Welcome to this page of the Mental Health Resource Center. This page contains a glossary of mental health terms.
This page aims to provide information about mental health in non-emergency situations. If this is an emergency, please use the list of helplines or emergency numbers above for immediate help. Your safety and emotional well-being is important.
An emotion characterized by feelings of uneasiness and tension coming from the anticipation of a future threat. It is often accompanied by recurring intrusive thoughts or concerns, nervous behavior and physical symptoms such as sweating, dizziness, or a rapid heartbeat.
A state of chronic emotional, physical and mental exhaustion caused by excessive and prolonged stress. Symptoms include feeling overwhelmed, emotionally drained and unable to meet everyday demands.
Depressziós zavar (Depresszió)
A common mental disorder involving feeling sad, irritable, empty and/or loss of pleasure or interest in activities for long periods of time. A depressive episode is different from regular mood changes – it can happen to anyone, lasts over a longer period of time (at least two weeks) and can affect the ability to function in everyday life.
Being emotionally well means feeling good about yourself and your life, being aware of your emotions and able to express them in a healthy way.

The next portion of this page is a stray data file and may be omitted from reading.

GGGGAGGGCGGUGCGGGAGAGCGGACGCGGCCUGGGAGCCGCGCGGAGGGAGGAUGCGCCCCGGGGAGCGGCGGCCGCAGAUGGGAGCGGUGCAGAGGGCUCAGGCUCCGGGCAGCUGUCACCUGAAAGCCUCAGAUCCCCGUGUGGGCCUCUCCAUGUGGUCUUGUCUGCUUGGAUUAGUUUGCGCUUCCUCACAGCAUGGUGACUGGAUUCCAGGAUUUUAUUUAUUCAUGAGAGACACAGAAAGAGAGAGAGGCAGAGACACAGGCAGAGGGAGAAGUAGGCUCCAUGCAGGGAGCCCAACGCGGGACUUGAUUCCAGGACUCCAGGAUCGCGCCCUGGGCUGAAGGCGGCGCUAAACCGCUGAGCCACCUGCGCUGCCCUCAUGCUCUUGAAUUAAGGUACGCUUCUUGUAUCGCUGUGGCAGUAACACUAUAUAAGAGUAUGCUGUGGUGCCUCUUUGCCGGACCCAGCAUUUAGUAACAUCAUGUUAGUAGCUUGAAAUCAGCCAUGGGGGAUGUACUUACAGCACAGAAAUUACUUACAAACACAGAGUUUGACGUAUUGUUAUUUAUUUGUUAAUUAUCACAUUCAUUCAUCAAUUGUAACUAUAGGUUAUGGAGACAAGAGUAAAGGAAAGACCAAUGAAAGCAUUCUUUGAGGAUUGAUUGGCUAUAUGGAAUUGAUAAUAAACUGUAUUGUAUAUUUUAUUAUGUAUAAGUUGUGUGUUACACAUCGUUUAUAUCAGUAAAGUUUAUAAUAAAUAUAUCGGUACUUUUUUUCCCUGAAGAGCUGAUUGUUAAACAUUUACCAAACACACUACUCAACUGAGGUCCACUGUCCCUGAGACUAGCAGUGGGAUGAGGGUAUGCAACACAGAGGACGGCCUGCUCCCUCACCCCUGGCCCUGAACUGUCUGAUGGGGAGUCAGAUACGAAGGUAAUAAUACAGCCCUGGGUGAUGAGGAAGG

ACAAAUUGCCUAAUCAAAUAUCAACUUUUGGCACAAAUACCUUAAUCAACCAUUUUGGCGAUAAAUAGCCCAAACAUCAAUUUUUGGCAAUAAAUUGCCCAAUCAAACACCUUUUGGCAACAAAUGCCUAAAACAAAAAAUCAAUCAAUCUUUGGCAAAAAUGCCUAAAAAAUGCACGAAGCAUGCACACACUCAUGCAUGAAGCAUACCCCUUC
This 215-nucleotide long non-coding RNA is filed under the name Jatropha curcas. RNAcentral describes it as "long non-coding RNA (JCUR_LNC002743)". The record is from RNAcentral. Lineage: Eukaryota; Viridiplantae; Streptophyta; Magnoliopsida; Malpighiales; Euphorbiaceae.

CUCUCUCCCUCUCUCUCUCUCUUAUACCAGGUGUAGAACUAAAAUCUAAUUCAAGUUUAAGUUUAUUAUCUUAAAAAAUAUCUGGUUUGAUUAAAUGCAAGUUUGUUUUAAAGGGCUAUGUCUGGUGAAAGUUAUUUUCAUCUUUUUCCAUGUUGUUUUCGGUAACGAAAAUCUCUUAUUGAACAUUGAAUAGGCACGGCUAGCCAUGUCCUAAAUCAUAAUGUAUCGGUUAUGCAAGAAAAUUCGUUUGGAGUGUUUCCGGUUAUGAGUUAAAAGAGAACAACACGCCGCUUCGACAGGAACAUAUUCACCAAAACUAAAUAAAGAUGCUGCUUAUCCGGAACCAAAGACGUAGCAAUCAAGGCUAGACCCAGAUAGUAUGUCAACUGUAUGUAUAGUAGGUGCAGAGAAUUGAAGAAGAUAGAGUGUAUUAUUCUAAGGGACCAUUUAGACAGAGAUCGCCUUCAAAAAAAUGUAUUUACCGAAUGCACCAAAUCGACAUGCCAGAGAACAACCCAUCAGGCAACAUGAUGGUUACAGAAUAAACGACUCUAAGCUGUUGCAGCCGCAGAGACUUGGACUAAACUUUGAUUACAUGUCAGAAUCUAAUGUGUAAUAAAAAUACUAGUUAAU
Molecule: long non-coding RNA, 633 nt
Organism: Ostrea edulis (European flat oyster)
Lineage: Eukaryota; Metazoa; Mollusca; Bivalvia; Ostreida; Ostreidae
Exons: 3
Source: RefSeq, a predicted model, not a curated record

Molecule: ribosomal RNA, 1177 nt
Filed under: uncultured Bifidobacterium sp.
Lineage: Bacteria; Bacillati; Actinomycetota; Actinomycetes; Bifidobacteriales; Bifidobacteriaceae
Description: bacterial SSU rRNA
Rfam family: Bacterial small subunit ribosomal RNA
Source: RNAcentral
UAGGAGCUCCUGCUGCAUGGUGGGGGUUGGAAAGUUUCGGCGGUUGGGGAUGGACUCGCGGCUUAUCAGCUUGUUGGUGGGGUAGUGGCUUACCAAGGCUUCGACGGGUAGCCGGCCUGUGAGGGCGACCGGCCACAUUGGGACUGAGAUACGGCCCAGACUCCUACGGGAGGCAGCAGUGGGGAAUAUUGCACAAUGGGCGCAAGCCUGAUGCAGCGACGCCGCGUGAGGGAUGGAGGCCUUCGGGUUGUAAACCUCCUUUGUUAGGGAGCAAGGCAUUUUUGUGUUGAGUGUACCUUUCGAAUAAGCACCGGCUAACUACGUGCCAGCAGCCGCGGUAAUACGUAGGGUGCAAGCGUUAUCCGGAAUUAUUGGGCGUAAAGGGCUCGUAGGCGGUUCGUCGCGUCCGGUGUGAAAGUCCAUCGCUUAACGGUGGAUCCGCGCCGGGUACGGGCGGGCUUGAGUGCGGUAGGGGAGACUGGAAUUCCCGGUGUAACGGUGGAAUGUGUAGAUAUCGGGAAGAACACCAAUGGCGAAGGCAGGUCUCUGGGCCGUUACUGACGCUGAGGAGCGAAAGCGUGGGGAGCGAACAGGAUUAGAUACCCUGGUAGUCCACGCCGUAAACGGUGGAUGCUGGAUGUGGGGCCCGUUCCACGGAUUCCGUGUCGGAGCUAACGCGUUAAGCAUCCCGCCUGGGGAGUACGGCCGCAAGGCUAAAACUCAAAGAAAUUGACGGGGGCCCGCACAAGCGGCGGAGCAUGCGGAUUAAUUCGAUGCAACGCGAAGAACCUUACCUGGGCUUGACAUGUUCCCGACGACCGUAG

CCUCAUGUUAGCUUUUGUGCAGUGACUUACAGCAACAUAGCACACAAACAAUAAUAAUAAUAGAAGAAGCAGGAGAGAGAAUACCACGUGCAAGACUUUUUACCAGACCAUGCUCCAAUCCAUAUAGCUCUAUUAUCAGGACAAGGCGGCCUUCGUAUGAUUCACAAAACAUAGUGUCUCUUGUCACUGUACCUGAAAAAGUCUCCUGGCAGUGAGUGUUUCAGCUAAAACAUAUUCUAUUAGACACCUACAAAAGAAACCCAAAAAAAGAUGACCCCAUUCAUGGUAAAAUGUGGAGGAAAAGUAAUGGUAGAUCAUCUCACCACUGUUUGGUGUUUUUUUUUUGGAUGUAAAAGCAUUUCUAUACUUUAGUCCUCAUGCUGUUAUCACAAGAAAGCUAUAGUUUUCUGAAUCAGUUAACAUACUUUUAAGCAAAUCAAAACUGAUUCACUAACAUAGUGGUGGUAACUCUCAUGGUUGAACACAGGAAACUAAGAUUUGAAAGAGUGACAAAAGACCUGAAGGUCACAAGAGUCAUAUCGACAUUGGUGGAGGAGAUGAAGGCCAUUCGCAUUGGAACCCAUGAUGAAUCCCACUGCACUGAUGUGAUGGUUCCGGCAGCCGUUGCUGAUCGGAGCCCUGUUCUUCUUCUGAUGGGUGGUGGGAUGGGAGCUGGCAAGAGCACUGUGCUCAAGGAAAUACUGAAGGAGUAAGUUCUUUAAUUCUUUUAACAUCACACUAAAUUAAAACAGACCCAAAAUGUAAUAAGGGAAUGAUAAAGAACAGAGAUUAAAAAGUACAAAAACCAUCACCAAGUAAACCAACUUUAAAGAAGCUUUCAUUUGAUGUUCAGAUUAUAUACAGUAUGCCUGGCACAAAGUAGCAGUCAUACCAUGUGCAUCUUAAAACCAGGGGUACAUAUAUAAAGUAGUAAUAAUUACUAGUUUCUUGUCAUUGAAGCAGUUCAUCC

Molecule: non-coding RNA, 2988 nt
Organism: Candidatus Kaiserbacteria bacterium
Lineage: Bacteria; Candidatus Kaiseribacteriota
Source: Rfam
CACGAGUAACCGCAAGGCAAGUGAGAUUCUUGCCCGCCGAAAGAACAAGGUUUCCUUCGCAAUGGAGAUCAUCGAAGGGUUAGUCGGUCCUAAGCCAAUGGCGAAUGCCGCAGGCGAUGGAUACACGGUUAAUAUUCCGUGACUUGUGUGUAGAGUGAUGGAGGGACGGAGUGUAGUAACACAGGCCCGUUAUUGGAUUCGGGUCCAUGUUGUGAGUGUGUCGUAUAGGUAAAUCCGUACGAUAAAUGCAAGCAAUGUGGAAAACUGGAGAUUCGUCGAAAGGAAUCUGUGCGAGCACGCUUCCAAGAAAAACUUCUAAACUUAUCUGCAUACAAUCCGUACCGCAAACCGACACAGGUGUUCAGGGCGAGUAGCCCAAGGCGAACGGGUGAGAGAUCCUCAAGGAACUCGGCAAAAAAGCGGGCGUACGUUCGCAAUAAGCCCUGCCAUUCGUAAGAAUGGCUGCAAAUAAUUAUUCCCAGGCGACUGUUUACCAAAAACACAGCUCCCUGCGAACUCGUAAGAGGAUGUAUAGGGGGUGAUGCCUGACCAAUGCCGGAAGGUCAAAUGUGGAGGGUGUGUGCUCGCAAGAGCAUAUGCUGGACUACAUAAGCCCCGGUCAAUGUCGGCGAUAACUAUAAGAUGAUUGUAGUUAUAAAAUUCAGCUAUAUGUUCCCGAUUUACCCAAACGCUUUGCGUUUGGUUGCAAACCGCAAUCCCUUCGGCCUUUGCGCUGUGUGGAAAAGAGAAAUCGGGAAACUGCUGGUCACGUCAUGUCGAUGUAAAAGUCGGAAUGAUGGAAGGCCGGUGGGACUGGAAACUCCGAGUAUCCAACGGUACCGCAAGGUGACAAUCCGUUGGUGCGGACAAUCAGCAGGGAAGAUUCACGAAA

Mental health is more than the absence of mental disorders – it refers to a person's overall emotional, social and psychological wellbeing, is experienced differently from person to person and affects how we think, feel, and act.
Mental illnesses are medically diagnosable health conditions. They involve changes in emotion, thinking, or behavior, distress and/or problems in important areas of functioning (like social, work, or family activities). Mental illnesses might also be referred to as mental disorders or mental health conditions.
Poszttraumás stressz zavar (PTSD)
A mental health disorder caused by exposure to traumatic event(s). Main symptoms are re-experiencing the event in flashbacks or dreams, avoiding things that remind of the traumatic event and hyper vigilance. Most people who experience traumatic events do not develop PTSD.
Psychological first aid (PFA)
PFA is delivered to individuals in the immediate aftermath of disaster by first responders or mental health professionals. Its purpose is to reduce initial distress and assess immediate (psychological) needs and concerns. PFA includes active listening, social support and discussing coping strategies.
A set of actions aimed at taking care of and promoting one’s own health and well-being, for example by stress reduction or disease prevention and control.
Suicide is the act of deliberately ending one's life. Suicidal behavior is a spectrum of activities related to thinking about suicide (suicidal ideation), planning, attempting or committing suicide.
Stigma is a label associated with negative opinions, stereotypes, disgrace or reproach about particular characteristics, behaviors or illnesses. Stigma can lead to shame and discrimination against individuals or groups.
Stress is our body's natural physical and mental response to a difficult situation or challenge. While everyone experiences stress to some degree, too much stress can affect physical and mental health.
Trauma is a negative emotional and/or psychological response to a (series of) severe distressing event(s) perceived as emotionally harmful or life threatening, such as accidents, violence, sexual assault, terror, or sensory overload, or threats to life (“traumatic event”).